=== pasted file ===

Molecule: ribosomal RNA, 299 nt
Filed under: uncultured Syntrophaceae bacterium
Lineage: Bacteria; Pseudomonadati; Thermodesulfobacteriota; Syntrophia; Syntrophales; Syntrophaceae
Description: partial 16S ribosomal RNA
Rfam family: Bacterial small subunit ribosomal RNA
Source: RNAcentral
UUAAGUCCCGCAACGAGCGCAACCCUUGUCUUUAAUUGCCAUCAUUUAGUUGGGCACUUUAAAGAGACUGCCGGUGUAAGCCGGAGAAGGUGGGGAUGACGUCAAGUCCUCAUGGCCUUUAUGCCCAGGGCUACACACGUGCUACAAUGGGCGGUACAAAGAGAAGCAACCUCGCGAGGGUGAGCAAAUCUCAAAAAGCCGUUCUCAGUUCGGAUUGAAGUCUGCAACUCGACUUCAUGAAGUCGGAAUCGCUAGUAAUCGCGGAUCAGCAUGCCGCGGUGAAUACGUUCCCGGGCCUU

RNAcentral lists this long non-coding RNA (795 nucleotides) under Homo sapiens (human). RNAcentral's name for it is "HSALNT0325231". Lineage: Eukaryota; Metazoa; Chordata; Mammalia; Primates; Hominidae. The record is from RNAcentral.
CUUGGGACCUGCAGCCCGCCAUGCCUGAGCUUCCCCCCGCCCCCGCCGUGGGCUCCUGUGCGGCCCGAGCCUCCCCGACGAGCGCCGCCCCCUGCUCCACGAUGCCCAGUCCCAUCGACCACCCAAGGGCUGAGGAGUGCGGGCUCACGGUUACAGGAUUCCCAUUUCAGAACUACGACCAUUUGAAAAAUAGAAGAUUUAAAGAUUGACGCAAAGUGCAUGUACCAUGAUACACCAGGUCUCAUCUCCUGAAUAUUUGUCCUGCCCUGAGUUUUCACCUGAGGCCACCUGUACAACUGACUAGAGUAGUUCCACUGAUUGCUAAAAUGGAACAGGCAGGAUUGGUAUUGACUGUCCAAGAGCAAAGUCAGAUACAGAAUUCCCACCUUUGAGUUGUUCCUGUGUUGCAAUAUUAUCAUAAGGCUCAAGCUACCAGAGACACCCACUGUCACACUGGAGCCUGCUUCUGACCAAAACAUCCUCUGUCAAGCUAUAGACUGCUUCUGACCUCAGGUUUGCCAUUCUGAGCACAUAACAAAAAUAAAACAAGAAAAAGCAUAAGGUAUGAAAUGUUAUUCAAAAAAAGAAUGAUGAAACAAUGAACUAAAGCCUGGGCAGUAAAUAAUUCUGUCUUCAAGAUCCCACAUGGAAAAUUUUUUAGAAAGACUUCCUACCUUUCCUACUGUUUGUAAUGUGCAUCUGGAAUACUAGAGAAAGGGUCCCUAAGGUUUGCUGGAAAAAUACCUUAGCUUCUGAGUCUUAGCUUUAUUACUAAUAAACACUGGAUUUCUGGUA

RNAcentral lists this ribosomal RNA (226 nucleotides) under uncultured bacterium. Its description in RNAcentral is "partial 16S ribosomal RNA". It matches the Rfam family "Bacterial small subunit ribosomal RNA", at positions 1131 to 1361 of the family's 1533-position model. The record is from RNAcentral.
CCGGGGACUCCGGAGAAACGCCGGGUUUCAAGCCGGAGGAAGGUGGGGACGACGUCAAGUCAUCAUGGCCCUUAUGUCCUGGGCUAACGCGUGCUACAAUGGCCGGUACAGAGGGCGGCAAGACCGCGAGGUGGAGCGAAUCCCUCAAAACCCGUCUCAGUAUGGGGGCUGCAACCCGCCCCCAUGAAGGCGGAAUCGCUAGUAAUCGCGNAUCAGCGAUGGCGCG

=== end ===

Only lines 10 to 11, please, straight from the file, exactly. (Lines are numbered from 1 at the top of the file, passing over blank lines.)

RNAcentral lists this ribosomal RNA (226 nucleotides) under uncultured bacterium. Its description in RNAcentral is "partial 16S ribosomal RNA". It matches the Rfam family "Bacterial small subunit ribosomal RNA", at positions 1131 to 1361 of the family's 1533-position model. The record is from RNAcentral.
CCGGGGACUCCGGAGAAACGCCGGGUUUCAAGCCGGAGGAAGGUGGGGACGACGUCAAGUCAUCAUGGCCCUUAUGUCCUGGGCUAACGCGUGCUACAAUGGCCGGUACAGAGGGCGGCAAGACCGCGAGGUGGAGCGAAUCCCUCAAAACCCGUCUCAGUAUGGGGGCUGCAACCCGCCCCCAUGAAGGCGGAAUCGCUAGUAAUCGCGNAUCAGCGAUGGCGCG